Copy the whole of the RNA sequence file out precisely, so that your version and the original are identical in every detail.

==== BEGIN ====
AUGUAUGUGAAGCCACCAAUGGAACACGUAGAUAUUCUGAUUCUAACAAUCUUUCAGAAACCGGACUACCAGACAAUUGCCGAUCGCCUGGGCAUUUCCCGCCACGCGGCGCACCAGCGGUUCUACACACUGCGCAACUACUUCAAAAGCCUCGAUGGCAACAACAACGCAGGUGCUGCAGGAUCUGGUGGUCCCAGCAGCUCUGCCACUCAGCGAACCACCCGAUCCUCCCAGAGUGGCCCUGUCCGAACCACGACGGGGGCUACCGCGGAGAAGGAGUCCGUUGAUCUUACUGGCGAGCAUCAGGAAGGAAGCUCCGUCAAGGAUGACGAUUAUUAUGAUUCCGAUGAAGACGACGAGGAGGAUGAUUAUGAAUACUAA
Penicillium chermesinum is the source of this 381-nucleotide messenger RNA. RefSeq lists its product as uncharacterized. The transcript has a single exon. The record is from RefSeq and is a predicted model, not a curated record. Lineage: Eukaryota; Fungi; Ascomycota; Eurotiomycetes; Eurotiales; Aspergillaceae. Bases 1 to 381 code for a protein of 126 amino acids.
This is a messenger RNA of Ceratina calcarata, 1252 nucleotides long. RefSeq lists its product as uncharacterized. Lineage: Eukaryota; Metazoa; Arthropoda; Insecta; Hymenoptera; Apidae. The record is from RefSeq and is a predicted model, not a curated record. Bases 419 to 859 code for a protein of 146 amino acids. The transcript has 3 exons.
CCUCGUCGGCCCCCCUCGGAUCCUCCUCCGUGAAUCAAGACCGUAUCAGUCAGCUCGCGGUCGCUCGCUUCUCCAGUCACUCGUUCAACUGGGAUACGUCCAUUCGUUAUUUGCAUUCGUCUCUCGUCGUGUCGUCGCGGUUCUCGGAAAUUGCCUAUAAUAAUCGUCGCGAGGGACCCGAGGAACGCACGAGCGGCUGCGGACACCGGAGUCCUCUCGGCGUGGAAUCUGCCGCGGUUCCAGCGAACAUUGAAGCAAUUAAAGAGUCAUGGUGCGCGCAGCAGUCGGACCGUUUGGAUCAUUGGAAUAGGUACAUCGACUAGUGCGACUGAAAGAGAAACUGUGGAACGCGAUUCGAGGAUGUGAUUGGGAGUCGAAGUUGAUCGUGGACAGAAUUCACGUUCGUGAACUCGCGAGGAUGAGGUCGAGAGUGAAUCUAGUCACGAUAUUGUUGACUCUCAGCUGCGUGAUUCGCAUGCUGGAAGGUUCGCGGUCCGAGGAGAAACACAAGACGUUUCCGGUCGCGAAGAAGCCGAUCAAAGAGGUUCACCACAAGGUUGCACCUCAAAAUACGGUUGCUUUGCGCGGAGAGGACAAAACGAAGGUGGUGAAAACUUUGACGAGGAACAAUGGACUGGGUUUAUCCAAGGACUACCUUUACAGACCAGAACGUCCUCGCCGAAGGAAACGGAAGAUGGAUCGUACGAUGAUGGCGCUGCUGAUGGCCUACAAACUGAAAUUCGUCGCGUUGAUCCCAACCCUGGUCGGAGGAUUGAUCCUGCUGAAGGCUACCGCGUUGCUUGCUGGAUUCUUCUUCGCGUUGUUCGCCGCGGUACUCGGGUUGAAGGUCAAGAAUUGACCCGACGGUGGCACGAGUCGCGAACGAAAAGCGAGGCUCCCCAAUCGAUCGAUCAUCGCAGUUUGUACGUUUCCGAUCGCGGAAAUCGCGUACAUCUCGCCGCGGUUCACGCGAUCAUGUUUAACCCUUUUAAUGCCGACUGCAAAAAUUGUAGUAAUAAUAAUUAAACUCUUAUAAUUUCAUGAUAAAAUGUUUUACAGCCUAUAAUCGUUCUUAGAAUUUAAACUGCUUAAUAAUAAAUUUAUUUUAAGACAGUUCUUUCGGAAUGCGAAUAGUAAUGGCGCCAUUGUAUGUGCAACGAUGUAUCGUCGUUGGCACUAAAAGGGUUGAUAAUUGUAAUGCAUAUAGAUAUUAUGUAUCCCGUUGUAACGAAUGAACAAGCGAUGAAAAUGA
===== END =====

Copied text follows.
AUGUAUGUGAAGCCACCAAUGGAACACGUAGAUAUUCUGAUUCUAACAAUCUUUCAGAAACCGGACUACCAGACAAUUGCCGAUCGCCUGGGCAUUUCCCGCCACGCGGCGCACCAGCGGUUCUACACACUGCGCAACUACUUCAAAAGCCUCGAUGGCAACAACAACGCAGGUGCUGCAGGAUCUGGUGGUCCCAGCAGCUCUGCCACUCAGCGAACCACCCGAUCCUCCCAGAGUGGCCCUGUCCGAACCACGACGGGGGCUACCGCGGAGAAGGAGUCCGUUGAUCUUACUGGCGAGCAUCAGGAAGGAAGCUCCGUCAAGGAUGACGAUUAUUAUGAUUCCGAUGAAGACGACGAGGAGGAUGAUUAUGAAUACUAA
Penicillium chermesinum is the source of this 381-nucleotide messenger RNA. RefSeq lists its product as uncharacterized. The transcript has a single exon. The record is from RefSeq and is a predicted model, not a curated record. Lineage: Eukaryota; Fungi; Ascomycota; Eurotiomycetes; Eurotiales; Aspergillaceae. Bases 1 to 381 code for a protein of 126 amino acids.
This is a messenger RNA of Ceratina calcarata, 1252 nucleotides long. RefSeq lists its product as uncharacterized. Lineage: Eukaryota; Metazoa; Arthropoda; Insecta; Hymenoptera; Apidae. The record is from RefSeq and is a predicted model, not a curated record. Bases 419 to 859 code for a protein of 146 amino acids. The transcript has 3 exons.
CCUCGUCGGCCCCCCUCGGAUCCUCCUCCGUGAAUCAAGACCGUAUCAGUCAGCUCGCGGUCGCUCGCUUCUCCAGUCACUCGUUCAACUGGGAUACGUCCAUUCGUUAUUUGCAUUCGUCUCUCGUCGUGUCGUCGCGGUUCUCGGAAAUUGCCUAUAAUAAUCGUCGCGAGGGACCCGAGGAACGCACGAGCGGCUGCGGACACCGGAGUCCUCUCGGCGUGGAAUCUGCCGCGGUUCCAGCGAACAUUGAAGCAAUUAAAGAGUCAUGGUGCGCGCAGCAGUCGGACCGUUUGGAUCAUUGGAAUAGGUACAUCGACUAGUGCGACUGAAAGAGAAACUGUGGAACGCGAUUCGAGGAUGUGAUUGGGAGUCGAAGUUGAUCGUGGACAGAAUUCACGUUCGUGAACUCGCGAGGAUGAGGUCGAGAGUGAAUCUAGUCACGAUAUUGUUGACUCUCAGCUGCGUGAUUCGCAUGCUGGAAGGUUCGCGGUCCGAGGAGAAACACAAGACGUUUCCGGUCGCGAAGAAGCCGAUCAAAGAGGUUCACCACAAGGUUGCACCUCAAAAUACGGUUGCUUUGCGCGGAGAGGACAAAACGAAGGUGGUGAAAACUUUGACGAGGAACAAUGGACUGGGUUUAUCCAAGGACUACCUUUACAGACCAGAACGUCCUCGCCGAAGGAAACGGAAGAUGGAUCGUACGAUGAUGGCGCUGCUGAUGGCCUACAAACUGAAAUUCGUCGCGUUGAUCCCAACCCUGGUCGGAGGAUUGAUCCUGCUGAAGGCUACCGCGUUGCUUGCUGGAUUCUUCUUCGCGUUGUUCGCCGCGGUACUCGGGUUGAAGGUCAAGAAUUGACCCGACGGUGGCACGAGUCGCGAACGAAAAGCGAGGCUCCCCAAUCGAUCGAUCAUCGCAGUUUGUACGUUUCCGAUCGCGGAAAUCGCGUACAUCUCGCCGCGGUUCACGCGAUCAUGUUUAACCCUUUUAAUGCCGACUGCAAAAAUUGUAGUAAUAAUAAUUAAACUCUUAUAAUUUCAUGAUAAAAUGUUUUACAGCCUAUAAUCGUUCUUAGAAUUUAAACUGCUUAAUAAUAAAUUUAUUUUAAGACAGUUCUUUCGGAAUGCGAAUAGUAAUGGCGCCAUUGUAUGUGCAACGAUGUAUCGUCGUUGGCACUAAAAGGGUUGAUAAUUGUAAUGCAUAUAGAUAUUAUGUAUCCCGUUGUAACGAAUGAACAAGCGAUGAAAAUGA